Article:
When is a cloud not a cloud? When it’s described as one by a vendor or systems integrator, but doesn’t deliver the core business benefits expected of a cloud when it’s supposed to.
When developing a digital transformation strategy, confusing the cloud landscape for an organisation can introduce unintended barriers and prolong age-old problems, preventing an effective transformation from being delivered.
There are certainly plenty of powerful, enabling technologies that can allow a business to make far better use of their on-premises, or hosted, procured IT infrastructure, but calling everything “cloud” just to “tick the box” is dangerous.
Calling out what the infrastructure actually is (especially when it isn’t cloud) is helpful, and furthermore, it’s okay!
The advent of cloud technologies has enabled some very different interactions between business units and the core IT of organisations, especially where enabling innovation is concerned.
For example, a software-defined data centre capability allows new software development methodologies and techniques – such as versioning and centralised storage of infrastructure configurations – to deliver powerful and rapid deployment of systems for disaster recovery, test and development rigs, and compliance with strict controls. This removes manual tinkering that would otherwise allow configurations to drift and introduce reliability problems or security risks.
While these capabilities are more automated and presented to consumers of pay-as-you-go in cloud platforms as natural inclusions, their presence alongside an on-premise infrastructure pool doesn’t magically turn the latter into a cloud. There are many other reasons which distinguish cloud as a group of technologies and billing models from an on-premises pool of infrastructure.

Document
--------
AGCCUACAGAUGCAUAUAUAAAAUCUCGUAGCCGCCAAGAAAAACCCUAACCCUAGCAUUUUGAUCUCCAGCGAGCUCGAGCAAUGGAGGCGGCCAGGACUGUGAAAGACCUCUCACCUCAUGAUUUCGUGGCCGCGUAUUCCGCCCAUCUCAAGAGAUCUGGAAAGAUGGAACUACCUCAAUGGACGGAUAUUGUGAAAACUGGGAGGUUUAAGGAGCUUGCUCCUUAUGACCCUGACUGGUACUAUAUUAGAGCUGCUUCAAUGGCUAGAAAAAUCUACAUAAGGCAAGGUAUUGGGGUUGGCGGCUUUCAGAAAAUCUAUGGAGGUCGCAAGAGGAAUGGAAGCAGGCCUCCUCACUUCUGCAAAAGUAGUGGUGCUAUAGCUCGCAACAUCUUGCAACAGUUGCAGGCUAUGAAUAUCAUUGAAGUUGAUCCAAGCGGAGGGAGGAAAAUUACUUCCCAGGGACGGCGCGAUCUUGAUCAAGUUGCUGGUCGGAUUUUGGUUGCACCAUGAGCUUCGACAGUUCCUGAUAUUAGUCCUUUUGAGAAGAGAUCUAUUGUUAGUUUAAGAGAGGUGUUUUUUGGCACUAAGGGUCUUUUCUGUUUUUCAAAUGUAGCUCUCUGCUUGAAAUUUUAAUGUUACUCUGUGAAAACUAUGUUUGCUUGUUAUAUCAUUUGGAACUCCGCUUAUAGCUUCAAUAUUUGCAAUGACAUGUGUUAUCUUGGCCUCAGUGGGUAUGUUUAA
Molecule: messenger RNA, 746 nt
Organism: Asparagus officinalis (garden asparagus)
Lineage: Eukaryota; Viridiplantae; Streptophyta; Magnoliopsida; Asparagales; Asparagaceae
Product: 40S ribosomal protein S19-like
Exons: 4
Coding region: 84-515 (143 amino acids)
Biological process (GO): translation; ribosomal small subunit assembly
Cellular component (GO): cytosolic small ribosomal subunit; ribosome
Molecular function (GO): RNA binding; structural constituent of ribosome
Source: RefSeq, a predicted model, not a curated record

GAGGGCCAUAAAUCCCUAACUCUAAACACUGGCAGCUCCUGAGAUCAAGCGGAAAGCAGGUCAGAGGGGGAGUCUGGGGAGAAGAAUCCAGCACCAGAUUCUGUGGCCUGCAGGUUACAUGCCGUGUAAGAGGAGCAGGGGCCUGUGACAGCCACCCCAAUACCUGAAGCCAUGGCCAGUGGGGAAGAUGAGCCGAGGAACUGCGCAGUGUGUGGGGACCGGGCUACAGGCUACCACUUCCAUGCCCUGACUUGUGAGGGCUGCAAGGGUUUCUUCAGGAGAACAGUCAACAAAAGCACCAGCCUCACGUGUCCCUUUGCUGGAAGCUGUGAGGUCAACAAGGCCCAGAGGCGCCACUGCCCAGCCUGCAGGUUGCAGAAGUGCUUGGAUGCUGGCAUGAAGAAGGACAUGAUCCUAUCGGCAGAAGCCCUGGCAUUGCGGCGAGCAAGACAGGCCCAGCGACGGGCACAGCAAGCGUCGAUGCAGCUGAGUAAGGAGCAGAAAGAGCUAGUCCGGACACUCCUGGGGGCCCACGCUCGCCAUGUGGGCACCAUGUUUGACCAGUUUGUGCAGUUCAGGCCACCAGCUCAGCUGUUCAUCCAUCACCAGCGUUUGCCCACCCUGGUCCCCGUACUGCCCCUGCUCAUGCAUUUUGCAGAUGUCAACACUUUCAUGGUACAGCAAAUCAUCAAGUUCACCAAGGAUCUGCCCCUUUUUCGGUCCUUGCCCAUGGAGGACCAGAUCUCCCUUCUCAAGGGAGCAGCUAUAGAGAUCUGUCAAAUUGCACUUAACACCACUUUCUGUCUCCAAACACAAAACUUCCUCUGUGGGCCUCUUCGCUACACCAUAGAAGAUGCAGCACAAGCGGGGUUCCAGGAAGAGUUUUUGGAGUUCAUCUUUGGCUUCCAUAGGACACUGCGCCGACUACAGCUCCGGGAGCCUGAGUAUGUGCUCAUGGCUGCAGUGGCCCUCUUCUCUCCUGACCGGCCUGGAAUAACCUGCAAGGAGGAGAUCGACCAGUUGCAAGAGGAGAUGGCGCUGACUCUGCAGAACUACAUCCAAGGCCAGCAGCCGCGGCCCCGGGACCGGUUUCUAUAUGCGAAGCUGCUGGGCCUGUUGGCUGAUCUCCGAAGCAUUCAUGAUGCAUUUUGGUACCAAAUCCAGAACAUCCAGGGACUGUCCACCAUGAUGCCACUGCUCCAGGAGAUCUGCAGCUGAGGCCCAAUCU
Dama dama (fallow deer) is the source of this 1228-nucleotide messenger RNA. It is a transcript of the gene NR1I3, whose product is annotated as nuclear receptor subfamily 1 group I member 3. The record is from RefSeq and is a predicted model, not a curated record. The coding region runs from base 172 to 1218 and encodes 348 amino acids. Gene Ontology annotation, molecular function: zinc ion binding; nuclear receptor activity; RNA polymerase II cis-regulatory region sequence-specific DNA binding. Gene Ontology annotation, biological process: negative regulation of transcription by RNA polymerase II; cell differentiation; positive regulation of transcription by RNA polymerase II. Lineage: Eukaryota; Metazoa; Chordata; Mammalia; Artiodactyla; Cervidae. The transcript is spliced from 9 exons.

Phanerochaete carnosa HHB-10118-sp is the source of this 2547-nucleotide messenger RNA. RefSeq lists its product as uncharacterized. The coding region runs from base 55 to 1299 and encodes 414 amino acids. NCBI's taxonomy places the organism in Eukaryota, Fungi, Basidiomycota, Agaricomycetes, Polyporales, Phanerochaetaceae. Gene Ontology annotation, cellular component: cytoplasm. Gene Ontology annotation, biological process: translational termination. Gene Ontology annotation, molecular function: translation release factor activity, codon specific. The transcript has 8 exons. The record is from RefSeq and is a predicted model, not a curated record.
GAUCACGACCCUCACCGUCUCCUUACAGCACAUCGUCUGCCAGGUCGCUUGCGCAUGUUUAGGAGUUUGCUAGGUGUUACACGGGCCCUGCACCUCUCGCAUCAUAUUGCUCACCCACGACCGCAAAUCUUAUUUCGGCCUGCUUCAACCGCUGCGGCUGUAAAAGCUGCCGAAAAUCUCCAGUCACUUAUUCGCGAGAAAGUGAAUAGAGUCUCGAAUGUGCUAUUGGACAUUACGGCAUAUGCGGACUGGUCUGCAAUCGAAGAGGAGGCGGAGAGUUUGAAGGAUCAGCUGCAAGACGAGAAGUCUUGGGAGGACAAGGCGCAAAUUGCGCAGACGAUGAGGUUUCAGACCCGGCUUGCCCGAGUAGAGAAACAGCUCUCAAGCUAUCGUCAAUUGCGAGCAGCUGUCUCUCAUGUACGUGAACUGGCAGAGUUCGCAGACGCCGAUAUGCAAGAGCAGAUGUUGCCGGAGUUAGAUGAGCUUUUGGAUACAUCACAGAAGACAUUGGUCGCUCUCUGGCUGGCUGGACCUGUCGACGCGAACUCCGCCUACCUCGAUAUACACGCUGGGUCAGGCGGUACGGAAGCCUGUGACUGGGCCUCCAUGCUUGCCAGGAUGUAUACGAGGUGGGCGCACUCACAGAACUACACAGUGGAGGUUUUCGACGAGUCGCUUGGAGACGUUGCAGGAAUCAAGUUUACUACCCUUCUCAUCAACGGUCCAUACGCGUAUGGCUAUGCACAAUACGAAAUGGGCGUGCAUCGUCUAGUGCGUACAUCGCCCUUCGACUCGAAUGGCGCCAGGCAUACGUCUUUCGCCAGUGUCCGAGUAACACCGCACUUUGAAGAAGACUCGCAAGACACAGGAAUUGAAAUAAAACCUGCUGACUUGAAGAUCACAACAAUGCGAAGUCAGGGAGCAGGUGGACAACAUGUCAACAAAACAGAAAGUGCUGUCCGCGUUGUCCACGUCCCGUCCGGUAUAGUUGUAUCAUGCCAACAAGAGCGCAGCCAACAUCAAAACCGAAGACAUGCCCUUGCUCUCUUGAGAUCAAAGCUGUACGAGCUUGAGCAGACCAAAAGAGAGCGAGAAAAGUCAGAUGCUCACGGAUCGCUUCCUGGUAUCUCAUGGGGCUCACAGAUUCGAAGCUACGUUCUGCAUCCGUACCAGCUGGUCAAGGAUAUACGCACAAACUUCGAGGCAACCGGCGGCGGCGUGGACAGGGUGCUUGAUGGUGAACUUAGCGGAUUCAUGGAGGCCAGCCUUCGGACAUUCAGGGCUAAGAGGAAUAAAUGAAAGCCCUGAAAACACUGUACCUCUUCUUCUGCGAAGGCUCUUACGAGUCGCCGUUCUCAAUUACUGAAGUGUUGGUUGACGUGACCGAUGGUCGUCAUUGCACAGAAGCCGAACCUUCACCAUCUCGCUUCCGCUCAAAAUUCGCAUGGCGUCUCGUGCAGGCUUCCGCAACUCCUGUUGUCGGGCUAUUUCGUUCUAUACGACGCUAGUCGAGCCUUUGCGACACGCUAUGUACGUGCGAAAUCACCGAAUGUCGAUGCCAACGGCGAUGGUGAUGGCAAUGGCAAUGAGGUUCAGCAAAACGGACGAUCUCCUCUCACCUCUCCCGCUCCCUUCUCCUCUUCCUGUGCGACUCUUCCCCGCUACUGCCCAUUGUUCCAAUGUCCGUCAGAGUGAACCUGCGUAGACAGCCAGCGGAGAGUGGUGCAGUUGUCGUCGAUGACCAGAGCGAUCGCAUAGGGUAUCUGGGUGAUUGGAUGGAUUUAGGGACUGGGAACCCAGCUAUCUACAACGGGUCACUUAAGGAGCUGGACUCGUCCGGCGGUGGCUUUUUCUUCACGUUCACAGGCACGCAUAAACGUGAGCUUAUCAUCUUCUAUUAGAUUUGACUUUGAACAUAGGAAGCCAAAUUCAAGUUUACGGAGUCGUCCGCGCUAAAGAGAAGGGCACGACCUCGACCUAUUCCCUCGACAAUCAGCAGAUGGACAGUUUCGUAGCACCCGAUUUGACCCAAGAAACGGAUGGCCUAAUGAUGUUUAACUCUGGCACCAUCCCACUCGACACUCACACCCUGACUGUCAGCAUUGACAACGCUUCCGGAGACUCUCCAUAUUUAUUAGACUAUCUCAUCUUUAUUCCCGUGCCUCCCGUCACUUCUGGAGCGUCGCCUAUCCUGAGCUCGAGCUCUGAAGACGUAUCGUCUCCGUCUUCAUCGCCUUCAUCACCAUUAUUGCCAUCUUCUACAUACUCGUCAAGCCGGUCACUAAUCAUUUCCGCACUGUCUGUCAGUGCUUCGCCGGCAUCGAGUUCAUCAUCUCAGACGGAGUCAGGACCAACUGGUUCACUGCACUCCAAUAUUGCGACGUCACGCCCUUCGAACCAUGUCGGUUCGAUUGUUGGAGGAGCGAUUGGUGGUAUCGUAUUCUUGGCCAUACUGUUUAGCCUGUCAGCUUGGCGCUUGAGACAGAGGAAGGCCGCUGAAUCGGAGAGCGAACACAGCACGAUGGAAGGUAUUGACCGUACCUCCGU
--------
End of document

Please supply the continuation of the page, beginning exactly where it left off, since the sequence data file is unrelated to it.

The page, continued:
Outcomes over buzzwords
Instead of the slavish focus on specific features, and therefore whether some platform is, or is not a cloud, it’s time to focus on what business outcomes any choice of infrastructure delivers – from a global hyperscale cloud to a community-restricted cloud, on-premise equipment with automation, or a blend of the above.
Moreover, excessive jargon leads to questions that introduce somewhat arbitrary adjectives such as public, private, hybrid, multi and so on to be attached to the term “cloud”.
When outcomes are the focus, the religious wars about which specific technologies are chosen, and where they reside, go away. And the necessary alignment between internal teams, who acutely know the business’ needs, and external service providers and vendors, can start to deliver what is needed.
When the conversation moves from everything needing to be a cloud, to everything needing to work together to deliver transformation outcomes, innovation enablement, or customer engagement and data intelligence, the buzzwords that surround cloud technologies – and which so often clouds (if you pardon the pun) the core business outcome drivers – goes away as well.
Anthony Woodward is founder and Chief Executive Officer of Accelera